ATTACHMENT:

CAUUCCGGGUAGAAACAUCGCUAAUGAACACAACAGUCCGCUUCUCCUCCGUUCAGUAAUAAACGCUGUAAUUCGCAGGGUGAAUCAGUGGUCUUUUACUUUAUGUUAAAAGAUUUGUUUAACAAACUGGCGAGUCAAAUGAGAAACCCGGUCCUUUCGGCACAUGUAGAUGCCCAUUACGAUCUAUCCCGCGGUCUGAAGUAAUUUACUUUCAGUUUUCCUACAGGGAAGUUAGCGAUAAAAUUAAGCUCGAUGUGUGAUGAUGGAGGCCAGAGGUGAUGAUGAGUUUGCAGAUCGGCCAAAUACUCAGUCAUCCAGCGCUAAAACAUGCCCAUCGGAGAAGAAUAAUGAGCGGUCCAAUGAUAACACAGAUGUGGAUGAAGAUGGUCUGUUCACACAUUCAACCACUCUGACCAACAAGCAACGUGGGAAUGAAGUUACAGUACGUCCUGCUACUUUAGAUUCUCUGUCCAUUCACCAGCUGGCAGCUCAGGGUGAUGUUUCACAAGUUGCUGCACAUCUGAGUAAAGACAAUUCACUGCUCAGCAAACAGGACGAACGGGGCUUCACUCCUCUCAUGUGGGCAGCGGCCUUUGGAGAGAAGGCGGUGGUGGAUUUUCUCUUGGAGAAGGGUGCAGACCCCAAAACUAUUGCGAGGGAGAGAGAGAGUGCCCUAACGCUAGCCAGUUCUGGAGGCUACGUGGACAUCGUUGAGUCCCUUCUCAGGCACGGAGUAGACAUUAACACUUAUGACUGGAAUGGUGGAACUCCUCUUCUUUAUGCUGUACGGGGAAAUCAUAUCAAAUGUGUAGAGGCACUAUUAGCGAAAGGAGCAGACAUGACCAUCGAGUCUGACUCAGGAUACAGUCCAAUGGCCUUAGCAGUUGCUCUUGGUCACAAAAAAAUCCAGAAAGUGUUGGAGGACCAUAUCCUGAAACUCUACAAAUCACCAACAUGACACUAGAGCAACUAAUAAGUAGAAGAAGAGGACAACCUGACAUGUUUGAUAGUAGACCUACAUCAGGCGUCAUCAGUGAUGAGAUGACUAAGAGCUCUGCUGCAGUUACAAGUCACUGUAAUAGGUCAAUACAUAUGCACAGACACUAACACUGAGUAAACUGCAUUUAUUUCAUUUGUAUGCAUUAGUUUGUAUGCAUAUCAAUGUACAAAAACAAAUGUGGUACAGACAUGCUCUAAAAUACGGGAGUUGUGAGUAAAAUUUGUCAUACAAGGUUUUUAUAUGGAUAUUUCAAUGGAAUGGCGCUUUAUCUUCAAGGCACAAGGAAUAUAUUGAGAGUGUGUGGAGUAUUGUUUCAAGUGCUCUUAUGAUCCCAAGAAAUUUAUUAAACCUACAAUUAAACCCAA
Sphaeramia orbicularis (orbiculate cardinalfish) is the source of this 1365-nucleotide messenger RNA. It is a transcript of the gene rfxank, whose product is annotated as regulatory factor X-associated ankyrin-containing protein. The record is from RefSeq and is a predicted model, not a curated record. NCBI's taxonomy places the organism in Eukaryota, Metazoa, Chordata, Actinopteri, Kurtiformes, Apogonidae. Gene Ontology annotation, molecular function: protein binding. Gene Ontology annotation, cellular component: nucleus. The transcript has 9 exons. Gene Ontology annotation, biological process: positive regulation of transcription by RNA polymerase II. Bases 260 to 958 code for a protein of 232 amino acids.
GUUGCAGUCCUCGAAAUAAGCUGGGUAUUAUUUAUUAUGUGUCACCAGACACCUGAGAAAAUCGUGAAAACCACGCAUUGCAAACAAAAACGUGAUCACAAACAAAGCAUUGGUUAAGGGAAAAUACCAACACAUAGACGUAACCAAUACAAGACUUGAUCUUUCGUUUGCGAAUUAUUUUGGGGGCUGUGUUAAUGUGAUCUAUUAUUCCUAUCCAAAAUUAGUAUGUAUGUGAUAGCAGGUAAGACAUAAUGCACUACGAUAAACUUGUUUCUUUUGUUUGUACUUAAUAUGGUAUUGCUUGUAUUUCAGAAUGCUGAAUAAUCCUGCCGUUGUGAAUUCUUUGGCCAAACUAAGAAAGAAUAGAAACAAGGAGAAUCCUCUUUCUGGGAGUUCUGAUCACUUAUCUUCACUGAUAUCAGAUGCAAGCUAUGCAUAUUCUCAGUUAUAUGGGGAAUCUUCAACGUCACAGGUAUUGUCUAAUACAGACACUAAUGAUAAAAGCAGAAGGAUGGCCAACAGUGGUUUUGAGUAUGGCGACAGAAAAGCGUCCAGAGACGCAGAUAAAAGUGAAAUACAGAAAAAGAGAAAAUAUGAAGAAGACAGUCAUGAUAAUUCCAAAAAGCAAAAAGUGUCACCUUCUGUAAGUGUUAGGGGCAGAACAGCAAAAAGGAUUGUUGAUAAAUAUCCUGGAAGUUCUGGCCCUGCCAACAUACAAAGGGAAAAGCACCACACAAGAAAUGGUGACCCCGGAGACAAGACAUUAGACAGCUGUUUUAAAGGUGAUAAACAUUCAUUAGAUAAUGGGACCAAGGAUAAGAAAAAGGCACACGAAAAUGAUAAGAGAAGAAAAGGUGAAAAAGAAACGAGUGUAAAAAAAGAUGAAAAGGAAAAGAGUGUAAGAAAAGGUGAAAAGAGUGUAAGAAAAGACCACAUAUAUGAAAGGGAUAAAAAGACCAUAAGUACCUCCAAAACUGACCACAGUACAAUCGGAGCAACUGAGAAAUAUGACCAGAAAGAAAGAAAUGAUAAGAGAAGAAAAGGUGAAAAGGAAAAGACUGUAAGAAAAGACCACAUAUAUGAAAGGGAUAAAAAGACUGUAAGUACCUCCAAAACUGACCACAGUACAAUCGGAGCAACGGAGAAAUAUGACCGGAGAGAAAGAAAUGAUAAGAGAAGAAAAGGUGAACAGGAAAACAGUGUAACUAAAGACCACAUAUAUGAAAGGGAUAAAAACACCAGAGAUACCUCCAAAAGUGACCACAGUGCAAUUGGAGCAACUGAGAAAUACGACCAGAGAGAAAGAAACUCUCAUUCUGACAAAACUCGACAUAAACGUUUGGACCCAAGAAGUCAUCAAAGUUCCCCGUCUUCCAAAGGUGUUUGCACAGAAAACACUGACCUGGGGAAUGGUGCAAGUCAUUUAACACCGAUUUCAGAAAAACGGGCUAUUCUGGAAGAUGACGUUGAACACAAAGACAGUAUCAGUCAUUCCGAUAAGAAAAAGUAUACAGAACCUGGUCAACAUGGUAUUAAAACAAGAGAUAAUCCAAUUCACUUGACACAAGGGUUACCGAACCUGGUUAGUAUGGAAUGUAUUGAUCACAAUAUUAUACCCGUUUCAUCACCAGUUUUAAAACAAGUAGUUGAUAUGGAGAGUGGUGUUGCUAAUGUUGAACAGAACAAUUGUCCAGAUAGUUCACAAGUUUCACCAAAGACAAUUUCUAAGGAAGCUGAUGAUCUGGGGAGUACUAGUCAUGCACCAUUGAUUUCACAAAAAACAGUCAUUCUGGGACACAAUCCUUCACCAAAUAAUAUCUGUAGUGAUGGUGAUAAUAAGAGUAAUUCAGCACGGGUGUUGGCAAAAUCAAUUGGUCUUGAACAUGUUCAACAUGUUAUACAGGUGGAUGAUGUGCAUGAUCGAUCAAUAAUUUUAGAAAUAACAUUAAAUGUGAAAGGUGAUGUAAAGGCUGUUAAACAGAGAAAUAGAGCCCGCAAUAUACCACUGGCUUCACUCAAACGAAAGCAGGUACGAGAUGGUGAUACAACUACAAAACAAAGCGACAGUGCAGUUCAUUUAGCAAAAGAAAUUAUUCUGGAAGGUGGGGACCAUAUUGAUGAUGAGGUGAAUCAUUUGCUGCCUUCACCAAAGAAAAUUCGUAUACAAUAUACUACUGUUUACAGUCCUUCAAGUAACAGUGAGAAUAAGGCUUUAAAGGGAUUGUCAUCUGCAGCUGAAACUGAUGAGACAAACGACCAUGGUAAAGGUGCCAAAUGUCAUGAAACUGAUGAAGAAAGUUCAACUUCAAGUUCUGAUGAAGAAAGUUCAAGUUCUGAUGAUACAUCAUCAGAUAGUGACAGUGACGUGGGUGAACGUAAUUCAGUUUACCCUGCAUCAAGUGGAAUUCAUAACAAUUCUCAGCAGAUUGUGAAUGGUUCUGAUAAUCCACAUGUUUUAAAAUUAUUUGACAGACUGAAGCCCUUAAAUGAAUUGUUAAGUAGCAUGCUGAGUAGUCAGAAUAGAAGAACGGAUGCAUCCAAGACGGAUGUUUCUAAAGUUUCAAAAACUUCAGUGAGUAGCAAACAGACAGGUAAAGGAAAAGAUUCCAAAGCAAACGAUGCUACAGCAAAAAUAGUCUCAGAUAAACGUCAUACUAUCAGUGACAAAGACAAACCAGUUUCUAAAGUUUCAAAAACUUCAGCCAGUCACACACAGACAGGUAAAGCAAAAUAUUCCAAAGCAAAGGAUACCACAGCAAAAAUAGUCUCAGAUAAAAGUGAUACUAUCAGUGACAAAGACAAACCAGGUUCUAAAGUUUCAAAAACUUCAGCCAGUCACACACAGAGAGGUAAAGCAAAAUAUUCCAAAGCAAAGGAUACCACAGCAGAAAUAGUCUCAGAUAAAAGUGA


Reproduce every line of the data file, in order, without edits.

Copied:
CAUUCCGGGUAGAAACAUCGCUAAUGAACACAACAGUCCGCUUCUCCUCCGUUCAGUAAUAAACGCUGUAAUUCGCAGGGUGAAUCAGUGGUCUUUUACUUUAUGUUAAAAGAUUUGUUUAACAAACUGGCGAGUCAAAUGAGAAACCCGGUCCUUUCGGCACAUGUAGAUGCCCAUUACGAUCUAUCCCGCGGUCUGAAGUAAUUUACUUUCAGUUUUCCUACAGGGAAGUUAGCGAUAAAAUUAAGCUCGAUGUGUGAUGAUGGAGGCCAGAGGUGAUGAUGAGUUUGCAGAUCGGCCAAAUACUCAGUCAUCCAGCGCUAAAACAUGCCCAUCGGAGAAGAAUAAUGAGCGGUCCAAUGAUAACACAGAUGUGGAUGAAGAUGGUCUGUUCACACAUUCAACCACUCUGACCAACAAGCAACGUGGGAAUGAAGUUACAGUACGUCCUGCUACUUUAGAUUCUCUGUCCAUUCACCAGCUGGCAGCUCAGGGUGAUGUUUCACAAGUUGCUGCACAUCUGAGUAAAGACAAUUCACUGCUCAGCAAACAGGACGAACGGGGCUUCACUCCUCUCAUGUGGGCAGCGGCCUUUGGAGAGAAGGCGGUGGUGGAUUUUCUCUUGGAGAAGGGUGCAGACCCCAAAACUAUUGCGAGGGAGAGAGAGAGUGCCCUAACGCUAGCCAGUUCUGGAGGCUACGUGGACAUCGUUGAGUCCCUUCUCAGGCACGGAGUAGACAUUAACACUUAUGACUGGAAUGGUGGAACUCCUCUUCUUUAUGCUGUACGGGGAAAUCAUAUCAAAUGUGUAGAGGCACUAUUAGCGAAAGGAGCAGACAUGACCAUCGAGUCUGACUCAGGAUACAGUCCAAUGGCCUUAGCAGUUGCUCUUGGUCACAAAAAAAUCCAGAAAGUGUUGGAGGACCAUAUCCUGAAACUCUACAAAUCACCAACAUGACACUAGAGCAACUAAUAAGUAGAAGAAGAGGACAACCUGACAUGUUUGAUAGUAGACCUACAUCAGGCGUCAUCAGUGAUGAGAUGACUAAGAGCUCUGCUGCAGUUACAAGUCACUGUAAUAGGUCAAUACAUAUGCACAGACACUAACACUGAGUAAACUGCAUUUAUUUCAUUUGUAUGCAUUAGUUUGUAUGCAUAUCAAUGUACAAAAACAAAUGUGGUACAGACAUGCUCUAAAAUACGGGAGUUGUGAGUAAAAUUUGUCAUACAAGGUUUUUAUAUGGAUAUUUCAAUGGAAUGGCGCUUUAUCUUCAAGGCACAAGGAAUAUAUUGAGAGUGUGUGGAGUAUUGUUUCAAGUGCUCUUAUGAUCCCAAGAAAUUUAUUAAACCUACAAUUAAACCCAA
Sphaeramia orbicularis (orbiculate cardinalfish) is the source of this 1365-nucleotide messenger RNA. It is a transcript of the gene rfxank, whose product is annotated as regulatory factor X-associated ankyrin-containing protein. The record is from RefSeq and is a predicted model, not a curated record. NCBI's taxonomy places the organism in Eukaryota, Metazoa, Chordata, Actinopteri, Kurtiformes, Apogonidae. Gene Ontology annotation, molecular function: protein binding. Gene Ontology annotation, cellular component: nucleus. The transcript has 9 exons. Gene Ontology annotation, biological process: positive regulation of transcription by RNA polymerase II. Bases 260 to 958 code for a protein of 232 amino acids.
GUUGCAGUCCUCGAAAUAAGCUGGGUAUUAUUUAUUAUGUGUCACCAGACACCUGAGAAAAUCGUGAAAACCACGCAUUGCAAACAAAAACGUGAUCACAAACAAAGCAUUGGUUAAGGGAAAAUACCAACACAUAGACGUAACCAAUACAAGACUUGAUCUUUCGUUUGCGAAUUAUUUUGGGGGCUGUGUUAAUGUGAUCUAUUAUUCCUAUCCAAAAUUAGUAUGUAUGUGAUAGCAGGUAAGACAUAAUGCACUACGAUAAACUUGUUUCUUUUGUUUGUACUUAAUAUGGUAUUGCUUGUAUUUCAGAAUGCUGAAUAAUCCUGCCGUUGUGAAUUCUUUGGCCAAACUAAGAAAGAAUAGAAACAAGGAGAAUCCUCUUUCUGGGAGUUCUGAUCACUUAUCUUCACUGAUAUCAGAUGCAAGCUAUGCAUAUUCUCAGUUAUAUGGGGAAUCUUCAACGUCACAGGUAUUGUCUAAUACAGACACUAAUGAUAAAAGCAGAAGGAUGGCCAACAGUGGUUUUGAGUAUGGCGACAGAAAAGCGUCCAGAGACGCAGAUAAAAGUGAAAUACAGAAAAAGAGAAAAUAUGAAGAAGACAGUCAUGAUAAUUCCAAAAAGCAAAAAGUGUCACCUUCUGUAAGUGUUAGGGGCAGAACAGCAAAAAGGAUUGUUGAUAAAUAUCCUGGAAGUUCUGGCCCUGCCAACAUACAAAGGGAAAAGCACCACACAAGAAAUGGUGACCCCGGAGACAAGACAUUAGACAGCUGUUUUAAAGGUGAUAAACAUUCAUUAGAUAAUGGGACCAAGGAUAAGAAAAAGGCACACGAAAAUGAUAAGAGAAGAAAAGGUGAAAAAGAAACGAGUGUAAAAAAAGAUGAAAAGGAAAAGAGUGUAAGAAAAGGUGAAAAGAGUGUAAGAAAAGACCACAUAUAUGAAAGGGAUAAAAAGACCAUAAGUACCUCCAAAACUGACCACAGUACAAUCGGAGCAACUGAGAAAUAUGACCAGAAAGAAAGAAAUGAUAAGAGAAGAAAAGGUGAAAAGGAAAAGACUGUAAGAAAAGACCACAUAUAUGAAAGGGAUAAAAAGACUGUAAGUACCUCCAAAACUGACCACAGUACAAUCGGAGCAACGGAGAAAUAUGACCGGAGAGAAAGAAAUGAUAAGAGAAGAAAAGGUGAACAGGAAAACAGUGUAACUAAAGACCACAUAUAUGAAAGGGAUAAAAACACCAGAGAUACCUCCAAAAGUGACCACAGUGCAAUUGGAGCAACUGAGAAAUACGACCAGAGAGAAAGAAACUCUCAUUCUGACAAAACUCGACAUAAACGUUUGGACCCAAGAAGUCAUCAAAGUUCCCCGUCUUCCAAAGGUGUUUGCACAGAAAACACUGACCUGGGGAAUGGUGCAAGUCAUUUAACACCGAUUUCAGAAAAACGGGCUAUUCUGGAAGAUGACGUUGAACACAAAGACAGUAUCAGUCAUUCCGAUAAGAAAAAGUAUACAGAACCUGGUCAACAUGGUAUUAAAACAAGAGAUAAUCCAAUUCACUUGACACAAGGGUUACCGAACCUGGUUAGUAUGGAAUGUAUUGAUCACAAUAUUAUACCCGUUUCAUCACCAGUUUUAAAACAAGUAGUUGAUAUGGAGAGUGGUGUUGCUAAUGUUGAACAGAACAAUUGUCCAGAUAGUUCACAAGUUUCACCAAAGACAAUUUCUAAGGAAGCUGAUGAUCUGGGGAGUACUAGUCAUGCACCAUUGAUUUCACAAAAAACAGUCAUUCUGGGACACAAUCCUUCACCAAAUAAUAUCUGUAGUGAUGGUGAUAAUAAGAGUAAUUCAGCACGGGUGUUGGCAAAAUCAAUUGGUCUUGAACAUGUUCAACAUGUUAUACAGGUGGAUGAUGUGCAUGAUCGAUCAAUAAUUUUAGAAAUAACAUUAAAUGUGAAAGGUGAUGUAAAGGCUGUUAAACAGAGAAAUAGAGCCCGCAAUAUACCACUGGCUUCACUCAAACGAAAGCAGGUACGAGAUGGUGAUACAACUACAAAACAAAGCGACAGUGCAGUUCAUUUAGCAAAAGAAAUUAUUCUGGAAGGUGGGGACCAUAUUGAUGAUGAGGUGAAUCAUUUGCUGCCUUCACCAAAGAAAAUUCGUAUACAAUAUACUACUGUUUACAGUCCUUCAAGUAACAGUGAGAAUAAGGCUUUAAAGGGAUUGUCAUCUGCAGCUGAAACUGAUGAGACAAACGACCAUGGUAAAGGUGCCAAAUGUCAUGAAACUGAUGAAGAAAGUUCAACUUCAAGUUCUGAUGAAGAAAGUUCAAGUUCUGAUGAUACAUCAUCAGAUAGUGACAGUGACGUGGGUGAACGUAAUUCAGUUUACCCUGCAUCAAGUGGAAUUCAUAACAAUUCUCAGCAGAUUGUGAAUGGUUCUGAUAAUCCACAUGUUUUAAAAUUAUUUGACAGACUGAAGCCCUUAAAUGAAUUGUUAAGUAGCAUGCUGAGUAGUCAGAAUAGAAGAACGGAUGCAUCCAAGACGGAUGUUUCUAAAGUUUCAAAAACUUCAGUGAGUAGCAAACAGACAGGUAAAGGAAAAGAUUCCAAAGCAAACGAUGCUACAGCAAAAAUAGUCUCAGAUAAACGUCAUACUAUCAGUGACAAAGACAAACCAGUUUCUAAAGUUUCAAAAACUUCAGCCAGUCACACACAGACAGGUAAAGCAAAAUAUUCCAAAGCAAAGGAUACCACAGCAAAAAUAGUCUCAGAUAAAAGUGAUACUAUCAGUGACAAAGACAAACCAGGUUCUAAAGUUUCAAAAACUUCAGCCAGUCACACACAGAGAGGUAAAGCAAAAUAUUCCAAAGCAAAGGAUACCACAGCAGAAAUAGUCUCAGAUAAAAGUGA